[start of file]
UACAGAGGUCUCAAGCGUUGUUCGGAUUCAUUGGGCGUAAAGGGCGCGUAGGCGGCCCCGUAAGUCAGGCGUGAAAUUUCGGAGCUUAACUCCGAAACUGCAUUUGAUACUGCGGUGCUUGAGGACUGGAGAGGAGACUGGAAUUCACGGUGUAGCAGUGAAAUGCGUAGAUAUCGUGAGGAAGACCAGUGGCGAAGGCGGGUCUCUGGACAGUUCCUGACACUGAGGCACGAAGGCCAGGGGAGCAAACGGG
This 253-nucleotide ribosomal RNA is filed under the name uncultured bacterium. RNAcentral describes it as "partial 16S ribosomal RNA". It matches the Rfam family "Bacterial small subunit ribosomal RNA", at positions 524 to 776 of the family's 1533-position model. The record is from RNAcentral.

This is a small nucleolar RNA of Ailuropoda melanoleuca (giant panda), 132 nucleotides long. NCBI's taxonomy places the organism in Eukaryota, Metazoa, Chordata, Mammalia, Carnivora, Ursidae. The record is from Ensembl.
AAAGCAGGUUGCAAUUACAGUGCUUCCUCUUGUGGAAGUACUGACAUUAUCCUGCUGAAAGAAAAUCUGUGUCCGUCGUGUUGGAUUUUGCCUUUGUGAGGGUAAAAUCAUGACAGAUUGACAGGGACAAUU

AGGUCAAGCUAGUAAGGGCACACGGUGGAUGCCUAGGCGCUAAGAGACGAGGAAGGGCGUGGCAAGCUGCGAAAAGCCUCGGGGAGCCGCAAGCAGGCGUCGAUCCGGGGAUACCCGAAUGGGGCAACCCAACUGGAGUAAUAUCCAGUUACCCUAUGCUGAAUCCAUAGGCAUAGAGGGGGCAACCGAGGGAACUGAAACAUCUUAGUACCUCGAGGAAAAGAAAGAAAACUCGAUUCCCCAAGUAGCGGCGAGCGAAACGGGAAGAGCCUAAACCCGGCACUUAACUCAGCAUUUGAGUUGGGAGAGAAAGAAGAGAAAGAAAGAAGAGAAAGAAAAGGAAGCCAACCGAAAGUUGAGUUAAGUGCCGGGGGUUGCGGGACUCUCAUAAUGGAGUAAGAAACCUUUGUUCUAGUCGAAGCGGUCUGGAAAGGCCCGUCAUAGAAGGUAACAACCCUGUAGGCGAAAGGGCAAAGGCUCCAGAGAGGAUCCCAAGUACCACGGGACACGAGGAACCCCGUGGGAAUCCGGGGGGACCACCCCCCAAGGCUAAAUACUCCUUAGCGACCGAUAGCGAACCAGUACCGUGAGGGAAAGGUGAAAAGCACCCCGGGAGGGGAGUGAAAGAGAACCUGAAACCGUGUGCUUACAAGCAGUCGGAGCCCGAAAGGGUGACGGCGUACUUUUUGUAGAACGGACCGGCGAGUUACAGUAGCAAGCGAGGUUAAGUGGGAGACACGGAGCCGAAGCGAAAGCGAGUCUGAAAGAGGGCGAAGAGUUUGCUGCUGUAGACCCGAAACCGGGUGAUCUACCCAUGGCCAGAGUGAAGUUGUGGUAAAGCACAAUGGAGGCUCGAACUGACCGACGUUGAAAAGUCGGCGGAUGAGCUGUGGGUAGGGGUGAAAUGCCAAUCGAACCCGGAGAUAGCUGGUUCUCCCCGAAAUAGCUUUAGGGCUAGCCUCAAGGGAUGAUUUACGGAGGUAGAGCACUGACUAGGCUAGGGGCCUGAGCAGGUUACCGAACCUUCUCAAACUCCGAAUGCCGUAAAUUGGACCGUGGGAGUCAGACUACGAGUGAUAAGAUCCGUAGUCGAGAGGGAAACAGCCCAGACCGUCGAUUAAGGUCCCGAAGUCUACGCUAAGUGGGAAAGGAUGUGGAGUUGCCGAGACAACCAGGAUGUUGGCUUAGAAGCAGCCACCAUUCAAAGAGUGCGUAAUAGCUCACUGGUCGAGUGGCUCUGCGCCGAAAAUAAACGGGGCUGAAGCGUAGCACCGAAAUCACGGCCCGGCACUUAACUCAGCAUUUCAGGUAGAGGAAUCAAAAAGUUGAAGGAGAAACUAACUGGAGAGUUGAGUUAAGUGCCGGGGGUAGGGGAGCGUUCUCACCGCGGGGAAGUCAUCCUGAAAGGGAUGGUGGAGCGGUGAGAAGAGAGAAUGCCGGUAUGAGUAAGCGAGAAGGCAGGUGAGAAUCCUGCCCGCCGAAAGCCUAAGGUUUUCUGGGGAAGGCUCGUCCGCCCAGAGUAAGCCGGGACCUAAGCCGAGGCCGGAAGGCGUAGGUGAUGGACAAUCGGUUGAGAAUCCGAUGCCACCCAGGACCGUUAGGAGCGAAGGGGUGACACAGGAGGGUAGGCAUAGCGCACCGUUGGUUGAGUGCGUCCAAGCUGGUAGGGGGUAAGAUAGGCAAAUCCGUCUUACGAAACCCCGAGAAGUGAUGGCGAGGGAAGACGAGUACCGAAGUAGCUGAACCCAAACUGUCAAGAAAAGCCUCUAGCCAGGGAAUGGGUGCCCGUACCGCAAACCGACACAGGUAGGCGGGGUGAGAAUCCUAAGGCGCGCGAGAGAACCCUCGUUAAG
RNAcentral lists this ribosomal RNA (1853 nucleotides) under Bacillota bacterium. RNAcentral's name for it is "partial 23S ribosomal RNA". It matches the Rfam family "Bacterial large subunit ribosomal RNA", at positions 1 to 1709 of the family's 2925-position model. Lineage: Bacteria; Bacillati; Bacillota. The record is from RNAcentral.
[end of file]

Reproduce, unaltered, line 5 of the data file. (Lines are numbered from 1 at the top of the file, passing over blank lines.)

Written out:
AGGUCAAGCUAGUAAGGGCACACGGUGGAUGCCUAGGCGCUAAGAGACGAGGAAGGGCGUGGCAAGCUGCGAAAAGCCUCGGGGAGCCGCAAGCAGGCGUCGAUCCGGGGAUACCCGAAUGGGGCAACCCAACUGGAGUAAUAUCCAGUUACCCUAUGCUGAAUCCAUAGGCAUAGAGGGGGCAACCGAGGGAACUGAAACAUCUUAGUACCUCGAGGAAAAGAAAGAAAACUCGAUUCCCCAAGUAGCGGCGAGCGAAACGGGAAGAGCCUAAACCCGGCACUUAACUCAGCAUUUGAGUUGGGAGAGAAAGAAGAGAAAGAAAGAAGAGAAAGAAAAGGAAGCCAACCGAAAGUUGAGUUAAGUGCCGGGGGUUGCGGGACUCUCAUAAUGGAGUAAGAAACCUUUGUUCUAGUCGAAGCGGUCUGGAAAGGCCCGUCAUAGAAGGUAACAACCCUGUAGGCGAAAGGGCAAAGGCUCCAGAGAGGAUCCCAAGUACCACGGGACACGAGGAACCCCGUGGGAAUCCGGGGGGACCACCCCCCAAGGCUAAAUACUCCUUAGCGACCGAUAGCGAACCAGUACCGUGAGGGAAAGGUGAAAAGCACCCCGGGAGGGGAGUGAAAGAGAACCUGAAACCGUGUGCUUACAAGCAGUCGGAGCCCGAAAGGGUGACGGCGUACUUUUUGUAGAACGGACCGGCGAGUUACAGUAGCAAGCGAGGUUAAGUGGGAGACACGGAGCCGAAGCGAAAGCGAGUCUGAAAGAGGGCGAAGAGUUUGCUGCUGUAGACCCGAAACCGGGUGAUCUACCCAUGGCCAGAGUGAAGUUGUGGUAAAGCACAAUGGAGGCUCGAACUGACCGACGUUGAAAAGUCGGCGGAUGAGCUGUGGGUAGGGGUGAAAUGCCAAUCGAACCCGGAGAUAGCUGGUUCUCCCCGAAAUAGCUUUAGGGCUAGCCUCAAGGGAUGAUUUACGGAGGUAGAGCACUGACUAGGCUAGGGGCCUGAGCAGGUUACCGAACCUUCUCAAACUCCGAAUGCCGUAAAUUGGACCGUGGGAGUCAGACUACGAGUGAUAAGAUCCGUAGUCGAGAGGGAAACAGCCCAGACCGUCGAUUAAGGUCCCGAAGUCUACGCUAAGUGGGAAAGGAUGUGGAGUUGCCGAGACAACCAGGAUGUUGGCUUAGAAGCAGCCACCAUUCAAAGAGUGCGUAAUAGCUCACUGGUCGAGUGGCUCUGCGCCGAAAAUAAACGGGGCUGAAGCGUAGCACCGAAAUCACGGCCCGGCACUUAACUCAGCAUUUCAGGUAGAGGAAUCAAAAAGUUGAAGGAGAAACUAACUGGAGAGUUGAGUUAAGUGCCGGGGGUAGGGGAGCGUUCUCACCGCGGGGAAGUCAUCCUGAAAGGGAUGGUGGAGCGGUGAGAAGAGAGAAUGCCGGUAUGAGUAAGCGAGAAGGCAGGUGAGAAUCCUGCCCGCCGAAAGCCUAAGGUUUUCUGGGGAAGGCUCGUCCGCCCAGAGUAAGCCGGGACCUAAGCCGAGGCCGGAAGGCGUAGGUGAUGGACAAUCGGUUGAGAAUCCGAUGCCACCCAGGACCGUUAGGAGCGAAGGGGUGACACAGGAGGGUAGGCAUAGCGCACCGUUGGUUGAGUGCGUCCAAGCUGGUAGGGGGUAAGAUAGGCAAAUCCGUCUUACGAAACCCCGAGAAGUGAUGGCGAGGGAAGACGAGUACCGAAGUAGCUGAACCCAAACUGUCAAGAAAAGCCUCUAGCCAGGGAAUGGGUGCCCGUACCGCAAACCGACACAGGUAGGCGGGGUGAGAAUCCUAAGGCGCGCGAGAGAACCCUCGUUAAG